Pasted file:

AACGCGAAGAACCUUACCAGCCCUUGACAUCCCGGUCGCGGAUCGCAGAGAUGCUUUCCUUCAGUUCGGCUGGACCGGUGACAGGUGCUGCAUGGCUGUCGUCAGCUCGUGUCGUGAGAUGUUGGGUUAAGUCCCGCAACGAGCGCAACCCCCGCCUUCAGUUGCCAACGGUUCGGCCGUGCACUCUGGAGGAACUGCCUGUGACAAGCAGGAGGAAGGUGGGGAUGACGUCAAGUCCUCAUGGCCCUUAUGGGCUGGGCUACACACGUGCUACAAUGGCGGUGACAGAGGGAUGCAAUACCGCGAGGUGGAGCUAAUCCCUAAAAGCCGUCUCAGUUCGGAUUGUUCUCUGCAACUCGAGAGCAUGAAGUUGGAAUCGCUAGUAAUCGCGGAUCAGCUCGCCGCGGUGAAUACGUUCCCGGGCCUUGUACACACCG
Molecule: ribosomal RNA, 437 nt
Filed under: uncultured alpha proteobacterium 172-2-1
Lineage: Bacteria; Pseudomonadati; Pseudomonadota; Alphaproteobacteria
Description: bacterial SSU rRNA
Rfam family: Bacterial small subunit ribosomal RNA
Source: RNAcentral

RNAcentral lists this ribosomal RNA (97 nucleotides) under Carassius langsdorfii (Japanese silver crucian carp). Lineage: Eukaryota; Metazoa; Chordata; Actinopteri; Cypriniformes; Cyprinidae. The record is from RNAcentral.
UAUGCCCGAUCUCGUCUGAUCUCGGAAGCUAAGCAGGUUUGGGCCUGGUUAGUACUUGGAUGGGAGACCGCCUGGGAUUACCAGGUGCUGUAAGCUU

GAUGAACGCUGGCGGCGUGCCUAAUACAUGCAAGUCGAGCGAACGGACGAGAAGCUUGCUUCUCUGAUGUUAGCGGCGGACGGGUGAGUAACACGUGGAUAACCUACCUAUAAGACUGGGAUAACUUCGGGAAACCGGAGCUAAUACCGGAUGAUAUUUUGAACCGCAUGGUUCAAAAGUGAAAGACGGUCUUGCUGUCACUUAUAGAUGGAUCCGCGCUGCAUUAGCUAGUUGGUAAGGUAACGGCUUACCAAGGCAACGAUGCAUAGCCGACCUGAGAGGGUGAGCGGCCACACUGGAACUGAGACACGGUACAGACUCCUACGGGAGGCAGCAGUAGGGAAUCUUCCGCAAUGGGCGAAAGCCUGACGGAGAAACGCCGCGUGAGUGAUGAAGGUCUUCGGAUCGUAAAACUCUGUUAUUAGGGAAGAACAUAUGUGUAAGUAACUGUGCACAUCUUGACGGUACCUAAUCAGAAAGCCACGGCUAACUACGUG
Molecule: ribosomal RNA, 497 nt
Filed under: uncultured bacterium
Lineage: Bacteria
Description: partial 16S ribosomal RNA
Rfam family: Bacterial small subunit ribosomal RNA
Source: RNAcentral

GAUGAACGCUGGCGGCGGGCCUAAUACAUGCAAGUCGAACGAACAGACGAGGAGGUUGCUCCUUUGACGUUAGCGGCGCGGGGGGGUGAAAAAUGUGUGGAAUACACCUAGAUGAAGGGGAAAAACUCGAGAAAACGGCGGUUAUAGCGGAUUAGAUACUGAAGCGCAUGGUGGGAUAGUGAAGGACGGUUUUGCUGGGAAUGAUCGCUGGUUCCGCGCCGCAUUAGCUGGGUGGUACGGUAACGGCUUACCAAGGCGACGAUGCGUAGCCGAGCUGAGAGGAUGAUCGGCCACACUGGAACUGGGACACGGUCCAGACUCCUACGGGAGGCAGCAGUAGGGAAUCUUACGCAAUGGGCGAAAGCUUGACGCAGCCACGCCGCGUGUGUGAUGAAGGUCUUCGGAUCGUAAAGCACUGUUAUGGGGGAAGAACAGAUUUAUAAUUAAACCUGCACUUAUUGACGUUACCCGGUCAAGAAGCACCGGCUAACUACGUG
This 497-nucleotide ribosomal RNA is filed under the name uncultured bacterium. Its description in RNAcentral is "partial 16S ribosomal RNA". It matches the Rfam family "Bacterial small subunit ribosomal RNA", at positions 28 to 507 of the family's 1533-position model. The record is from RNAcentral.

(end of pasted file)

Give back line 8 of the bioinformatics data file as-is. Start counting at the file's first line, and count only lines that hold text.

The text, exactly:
RNAcentral lists this ribosomal RNA (97 nucleotides) under Carassius langsdorfii (Japanese silver crucian carp). Lineage: Eukaryota; Metazoa; Chordata; Actinopteri; Cypriniformes; Cyprinidae. The record is from RNAcentral.